You wanna talk about heroes? This guy is a hero.
A California lawmaker who rose to national prominence by muscling through some of the country’s strongest vaccination laws is leaving the state legislature later this year after a momentous tenure that made him a top target of the boisterous and burgeoning movement against vaccination mandates.
State Sen. Richard Pan, a bespectacled and unassuming pediatrician who continued treating low-income children during his 12 years in the state Senate and Assembly, has been physically assaulted and verbally attacked for working to tighten childhood vaccine requirements — even as Time magazine hailed him as a “hero.” Threats against him intensified in 2019, becoming so violent that he needed a restraining order and personal security detail.
“It got really vicious, and the tenor of these protests inside the Capitol building didn’t make you feel safe, yet he stood his ground,” said Karen Smith, director of the California Department of Public Health from 2015 to 2019. “Dr. Pan is unusual because he has the knowledge and belief in science, but also the conviction to act on it.”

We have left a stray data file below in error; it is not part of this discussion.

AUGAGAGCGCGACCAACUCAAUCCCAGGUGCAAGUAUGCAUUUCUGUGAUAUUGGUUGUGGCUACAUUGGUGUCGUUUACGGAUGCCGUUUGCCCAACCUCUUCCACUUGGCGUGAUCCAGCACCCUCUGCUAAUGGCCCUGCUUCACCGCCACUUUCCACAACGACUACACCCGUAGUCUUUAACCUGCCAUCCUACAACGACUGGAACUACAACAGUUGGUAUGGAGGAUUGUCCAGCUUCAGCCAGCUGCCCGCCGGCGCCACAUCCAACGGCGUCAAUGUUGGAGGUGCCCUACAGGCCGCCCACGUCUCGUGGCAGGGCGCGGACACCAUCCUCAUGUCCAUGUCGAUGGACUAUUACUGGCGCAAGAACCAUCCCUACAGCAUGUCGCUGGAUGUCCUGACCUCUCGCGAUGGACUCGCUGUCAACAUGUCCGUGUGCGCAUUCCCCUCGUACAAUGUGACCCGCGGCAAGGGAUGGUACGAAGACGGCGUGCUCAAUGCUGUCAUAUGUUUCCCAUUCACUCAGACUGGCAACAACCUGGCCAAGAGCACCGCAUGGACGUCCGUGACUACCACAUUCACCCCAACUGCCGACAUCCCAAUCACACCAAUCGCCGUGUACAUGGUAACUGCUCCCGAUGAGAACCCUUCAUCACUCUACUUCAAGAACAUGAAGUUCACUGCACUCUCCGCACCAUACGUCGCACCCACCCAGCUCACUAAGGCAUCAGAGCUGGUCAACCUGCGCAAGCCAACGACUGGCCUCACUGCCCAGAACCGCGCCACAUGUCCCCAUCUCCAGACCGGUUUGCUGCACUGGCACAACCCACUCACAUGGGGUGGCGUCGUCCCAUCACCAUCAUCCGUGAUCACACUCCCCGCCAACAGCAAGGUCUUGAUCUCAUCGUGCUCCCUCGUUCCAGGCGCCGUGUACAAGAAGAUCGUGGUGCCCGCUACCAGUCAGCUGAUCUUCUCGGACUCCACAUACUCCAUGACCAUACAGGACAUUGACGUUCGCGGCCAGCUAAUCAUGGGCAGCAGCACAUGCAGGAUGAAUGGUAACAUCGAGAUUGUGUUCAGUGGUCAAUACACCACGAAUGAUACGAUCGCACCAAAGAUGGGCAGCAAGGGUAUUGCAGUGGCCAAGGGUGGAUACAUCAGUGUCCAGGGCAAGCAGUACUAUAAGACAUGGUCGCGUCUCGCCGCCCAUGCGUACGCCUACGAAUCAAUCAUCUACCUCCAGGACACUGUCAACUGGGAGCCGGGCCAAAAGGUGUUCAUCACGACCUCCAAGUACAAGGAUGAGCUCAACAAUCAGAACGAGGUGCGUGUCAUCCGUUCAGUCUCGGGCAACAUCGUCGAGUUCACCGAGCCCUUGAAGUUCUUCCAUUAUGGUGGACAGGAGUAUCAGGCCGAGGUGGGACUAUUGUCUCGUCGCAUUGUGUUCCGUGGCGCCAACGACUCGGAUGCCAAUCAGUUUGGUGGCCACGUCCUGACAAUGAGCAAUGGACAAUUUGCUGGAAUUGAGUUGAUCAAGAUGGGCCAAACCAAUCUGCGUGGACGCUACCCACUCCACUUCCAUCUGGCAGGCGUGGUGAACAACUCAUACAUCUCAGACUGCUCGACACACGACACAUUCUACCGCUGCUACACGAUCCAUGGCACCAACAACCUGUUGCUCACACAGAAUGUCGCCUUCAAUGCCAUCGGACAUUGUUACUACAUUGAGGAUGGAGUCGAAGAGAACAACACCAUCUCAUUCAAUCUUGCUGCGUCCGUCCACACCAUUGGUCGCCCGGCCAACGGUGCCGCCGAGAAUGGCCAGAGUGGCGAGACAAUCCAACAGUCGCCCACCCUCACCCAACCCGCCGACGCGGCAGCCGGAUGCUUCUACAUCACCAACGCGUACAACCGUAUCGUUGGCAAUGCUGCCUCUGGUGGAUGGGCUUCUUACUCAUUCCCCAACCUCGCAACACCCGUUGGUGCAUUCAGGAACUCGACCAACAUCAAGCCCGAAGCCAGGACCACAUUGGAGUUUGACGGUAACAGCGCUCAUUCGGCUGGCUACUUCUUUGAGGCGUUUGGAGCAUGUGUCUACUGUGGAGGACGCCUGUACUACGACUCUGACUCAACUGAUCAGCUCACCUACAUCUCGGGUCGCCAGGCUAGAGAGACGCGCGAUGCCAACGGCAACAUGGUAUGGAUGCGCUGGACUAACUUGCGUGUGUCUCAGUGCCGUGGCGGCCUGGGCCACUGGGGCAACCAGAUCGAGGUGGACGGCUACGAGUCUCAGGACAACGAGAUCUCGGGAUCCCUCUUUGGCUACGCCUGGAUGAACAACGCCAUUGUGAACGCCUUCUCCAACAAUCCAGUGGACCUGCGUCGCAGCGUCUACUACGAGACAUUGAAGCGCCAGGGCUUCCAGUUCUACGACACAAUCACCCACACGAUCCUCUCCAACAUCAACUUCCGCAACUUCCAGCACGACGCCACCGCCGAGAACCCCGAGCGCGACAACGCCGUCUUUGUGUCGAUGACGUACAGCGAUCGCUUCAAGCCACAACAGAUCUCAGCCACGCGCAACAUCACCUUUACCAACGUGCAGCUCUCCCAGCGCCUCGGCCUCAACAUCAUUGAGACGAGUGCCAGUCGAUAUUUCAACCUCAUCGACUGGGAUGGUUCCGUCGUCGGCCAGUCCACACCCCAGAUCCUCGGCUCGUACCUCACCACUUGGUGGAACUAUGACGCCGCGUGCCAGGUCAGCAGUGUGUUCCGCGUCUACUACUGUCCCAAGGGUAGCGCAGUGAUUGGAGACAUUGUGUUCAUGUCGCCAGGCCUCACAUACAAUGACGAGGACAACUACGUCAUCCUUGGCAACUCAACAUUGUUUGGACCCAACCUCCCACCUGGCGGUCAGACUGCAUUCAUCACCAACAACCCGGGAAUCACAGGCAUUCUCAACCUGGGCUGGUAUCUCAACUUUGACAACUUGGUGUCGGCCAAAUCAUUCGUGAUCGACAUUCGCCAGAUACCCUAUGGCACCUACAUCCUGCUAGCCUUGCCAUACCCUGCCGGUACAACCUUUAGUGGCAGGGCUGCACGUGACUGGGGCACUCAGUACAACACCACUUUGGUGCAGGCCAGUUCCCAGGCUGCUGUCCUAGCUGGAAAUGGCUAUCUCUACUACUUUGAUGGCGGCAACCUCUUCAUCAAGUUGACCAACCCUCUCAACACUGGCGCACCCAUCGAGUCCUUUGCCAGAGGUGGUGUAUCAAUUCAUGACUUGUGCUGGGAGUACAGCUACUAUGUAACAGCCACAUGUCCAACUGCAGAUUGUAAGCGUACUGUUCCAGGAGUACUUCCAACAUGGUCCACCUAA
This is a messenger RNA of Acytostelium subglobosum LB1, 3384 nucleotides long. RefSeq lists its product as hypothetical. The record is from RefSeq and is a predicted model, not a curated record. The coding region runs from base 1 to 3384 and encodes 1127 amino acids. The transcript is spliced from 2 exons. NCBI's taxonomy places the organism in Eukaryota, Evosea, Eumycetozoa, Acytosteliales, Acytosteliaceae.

“That takes courage,” she added. “He’s had a tremendous impact in California, and there’s going to be a hole in the legislature when he’s gone.”
The Democrat from Sacramento is leaving the Capitol because of legislative term limits that restrict state lawmakers to 12 years of service. He has overseen state budget decisions on health care and since 2018 has chaired the Senate Health Committee, a powerful position that has allowed him to shape health care coverage for millions of Californians.
Pan, 56, helped lead the charge to restore vision, dental, and other benefits to California’s Medicaid program, called Medi-Cal, after they were slashed during the Great Recession. Since then, he has pushed to expand social services to some of the most vulnerable enrollees.
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